How to do it

There are a literally dozens of email marketing services and platforms in today’s marketplace. Some of the more popular ones are: iContact, Constant Contact, VerticalResponse, MailChimp, and Benchmark.

These services typically charge monthly based on number of subscribers or emails sent. They’ll usually include HTML (graphic) email wizards to help you generate your email and will include awesome statistical programs that let you see the addresses you mailed, the number of bounces (bad addresses), number of people who opened, and who clicked on what was inside your email. It’s a very powerful tool that will give you a lot more insight into your fan’s behavior than anything else out there.

I use Constant Contact. My mailing list isn’t huge, so I have the 0-500 emails and pay $15/mo. The support is great and once you get the hang of it, it’s a breeze.

The most important thing when using any of these services is to ensure you follow their guidelines when collecting email addresses. If you start spamming people, they’ll know and kick you off their service. Spamming is a big deal in the email industry and there is a low tolerance threshold for it across the board.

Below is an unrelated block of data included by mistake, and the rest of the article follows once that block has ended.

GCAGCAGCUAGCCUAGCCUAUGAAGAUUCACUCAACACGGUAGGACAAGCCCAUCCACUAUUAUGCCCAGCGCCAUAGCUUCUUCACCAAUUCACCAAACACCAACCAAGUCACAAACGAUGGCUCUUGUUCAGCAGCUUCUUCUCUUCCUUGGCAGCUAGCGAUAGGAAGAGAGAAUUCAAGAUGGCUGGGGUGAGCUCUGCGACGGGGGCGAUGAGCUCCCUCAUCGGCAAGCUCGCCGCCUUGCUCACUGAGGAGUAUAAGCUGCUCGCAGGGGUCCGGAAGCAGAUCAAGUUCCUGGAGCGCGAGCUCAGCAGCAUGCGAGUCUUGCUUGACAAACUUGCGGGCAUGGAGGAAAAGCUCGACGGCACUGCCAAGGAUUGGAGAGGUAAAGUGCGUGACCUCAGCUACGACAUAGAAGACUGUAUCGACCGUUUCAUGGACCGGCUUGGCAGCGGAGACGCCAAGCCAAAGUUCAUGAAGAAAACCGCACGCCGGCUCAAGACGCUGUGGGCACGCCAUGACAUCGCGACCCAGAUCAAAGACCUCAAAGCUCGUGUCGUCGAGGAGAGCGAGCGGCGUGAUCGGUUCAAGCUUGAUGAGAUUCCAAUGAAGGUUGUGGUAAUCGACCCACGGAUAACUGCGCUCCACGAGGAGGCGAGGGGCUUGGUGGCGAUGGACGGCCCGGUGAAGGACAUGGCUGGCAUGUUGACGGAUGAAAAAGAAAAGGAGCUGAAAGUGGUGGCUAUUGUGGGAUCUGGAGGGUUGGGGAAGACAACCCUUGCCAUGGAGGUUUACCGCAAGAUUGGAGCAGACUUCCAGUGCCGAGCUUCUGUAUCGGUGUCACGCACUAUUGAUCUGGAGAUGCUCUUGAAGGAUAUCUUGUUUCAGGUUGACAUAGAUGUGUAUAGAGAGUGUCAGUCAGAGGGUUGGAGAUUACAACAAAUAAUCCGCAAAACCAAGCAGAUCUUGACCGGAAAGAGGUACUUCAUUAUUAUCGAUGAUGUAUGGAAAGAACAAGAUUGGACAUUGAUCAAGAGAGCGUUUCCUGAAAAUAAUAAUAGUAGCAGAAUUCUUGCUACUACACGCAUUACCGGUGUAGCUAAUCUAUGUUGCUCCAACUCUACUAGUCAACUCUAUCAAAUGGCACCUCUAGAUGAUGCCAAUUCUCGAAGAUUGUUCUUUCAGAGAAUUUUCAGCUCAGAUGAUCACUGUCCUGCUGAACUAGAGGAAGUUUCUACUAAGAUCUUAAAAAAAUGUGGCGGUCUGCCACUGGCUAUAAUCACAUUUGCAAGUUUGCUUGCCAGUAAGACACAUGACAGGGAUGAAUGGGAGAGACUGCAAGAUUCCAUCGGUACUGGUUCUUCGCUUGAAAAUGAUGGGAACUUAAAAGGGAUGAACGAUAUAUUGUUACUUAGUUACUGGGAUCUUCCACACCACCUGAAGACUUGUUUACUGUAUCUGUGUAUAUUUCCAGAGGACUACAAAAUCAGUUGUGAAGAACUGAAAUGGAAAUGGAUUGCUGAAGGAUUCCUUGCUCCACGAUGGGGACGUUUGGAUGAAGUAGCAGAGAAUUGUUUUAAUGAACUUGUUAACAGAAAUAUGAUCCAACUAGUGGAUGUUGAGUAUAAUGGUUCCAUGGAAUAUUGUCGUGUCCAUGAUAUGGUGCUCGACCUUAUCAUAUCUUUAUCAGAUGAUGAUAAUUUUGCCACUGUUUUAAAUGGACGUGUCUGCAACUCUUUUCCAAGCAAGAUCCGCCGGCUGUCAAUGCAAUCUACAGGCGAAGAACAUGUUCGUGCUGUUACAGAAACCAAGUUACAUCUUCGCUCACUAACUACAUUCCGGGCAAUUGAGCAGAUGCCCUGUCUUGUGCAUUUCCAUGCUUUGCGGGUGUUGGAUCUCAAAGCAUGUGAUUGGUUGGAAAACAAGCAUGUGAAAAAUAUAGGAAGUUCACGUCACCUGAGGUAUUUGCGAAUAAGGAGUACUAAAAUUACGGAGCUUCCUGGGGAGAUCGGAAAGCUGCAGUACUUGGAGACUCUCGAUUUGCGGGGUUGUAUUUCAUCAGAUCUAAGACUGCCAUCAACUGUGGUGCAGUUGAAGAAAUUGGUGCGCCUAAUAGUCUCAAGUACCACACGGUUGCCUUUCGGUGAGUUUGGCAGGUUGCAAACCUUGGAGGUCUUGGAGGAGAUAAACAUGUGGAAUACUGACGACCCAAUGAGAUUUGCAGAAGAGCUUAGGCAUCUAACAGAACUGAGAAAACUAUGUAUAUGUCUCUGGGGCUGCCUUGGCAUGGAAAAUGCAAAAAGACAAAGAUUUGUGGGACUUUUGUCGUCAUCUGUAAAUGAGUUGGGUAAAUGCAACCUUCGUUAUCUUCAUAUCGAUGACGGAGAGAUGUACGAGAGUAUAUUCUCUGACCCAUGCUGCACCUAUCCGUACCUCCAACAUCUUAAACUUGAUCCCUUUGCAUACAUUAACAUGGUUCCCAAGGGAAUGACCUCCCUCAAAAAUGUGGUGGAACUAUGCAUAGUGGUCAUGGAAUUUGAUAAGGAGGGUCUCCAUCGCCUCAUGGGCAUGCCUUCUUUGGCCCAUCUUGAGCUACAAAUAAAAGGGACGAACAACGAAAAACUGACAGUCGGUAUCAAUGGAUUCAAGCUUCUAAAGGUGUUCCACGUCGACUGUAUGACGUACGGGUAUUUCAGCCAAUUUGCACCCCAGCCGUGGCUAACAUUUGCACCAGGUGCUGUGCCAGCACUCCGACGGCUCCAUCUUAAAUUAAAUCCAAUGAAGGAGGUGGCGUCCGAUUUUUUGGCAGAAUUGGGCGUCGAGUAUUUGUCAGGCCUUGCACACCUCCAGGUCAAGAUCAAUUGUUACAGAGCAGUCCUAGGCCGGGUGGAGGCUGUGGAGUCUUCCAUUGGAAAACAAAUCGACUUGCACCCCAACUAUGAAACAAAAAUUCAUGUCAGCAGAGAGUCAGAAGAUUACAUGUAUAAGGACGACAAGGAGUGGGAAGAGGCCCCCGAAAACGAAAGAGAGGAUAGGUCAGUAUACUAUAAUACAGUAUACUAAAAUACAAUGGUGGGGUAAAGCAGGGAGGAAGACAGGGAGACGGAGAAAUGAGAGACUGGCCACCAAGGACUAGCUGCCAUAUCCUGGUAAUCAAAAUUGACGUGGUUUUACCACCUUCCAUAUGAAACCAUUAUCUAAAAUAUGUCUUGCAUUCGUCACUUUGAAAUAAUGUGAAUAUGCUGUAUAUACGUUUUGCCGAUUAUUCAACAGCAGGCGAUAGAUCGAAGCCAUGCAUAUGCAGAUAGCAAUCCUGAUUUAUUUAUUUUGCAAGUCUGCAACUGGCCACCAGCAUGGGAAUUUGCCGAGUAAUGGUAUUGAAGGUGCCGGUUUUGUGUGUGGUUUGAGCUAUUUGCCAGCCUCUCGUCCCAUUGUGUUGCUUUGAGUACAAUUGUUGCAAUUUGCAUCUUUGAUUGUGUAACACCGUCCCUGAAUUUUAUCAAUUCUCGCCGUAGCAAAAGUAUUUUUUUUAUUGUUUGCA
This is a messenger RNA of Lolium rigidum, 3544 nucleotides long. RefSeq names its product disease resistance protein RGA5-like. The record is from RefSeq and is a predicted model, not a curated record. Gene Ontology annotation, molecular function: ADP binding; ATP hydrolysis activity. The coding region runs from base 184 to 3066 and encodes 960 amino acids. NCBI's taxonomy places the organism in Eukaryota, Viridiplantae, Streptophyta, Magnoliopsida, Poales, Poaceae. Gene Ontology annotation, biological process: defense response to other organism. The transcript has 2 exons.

Collecting email addresses can be done in a variety of ways, but the most common and effective is to install a widget on your website allowing people to sign up or opt-in. Some folks offer a “free report” or freebie of some kind in exchange for collecting the email address of the person inquiring. As an author, you may want to consider offering a free to subscribers only short story, excerpt from your next book, or something else of value you think your fans might like enough to fork over their precious email address.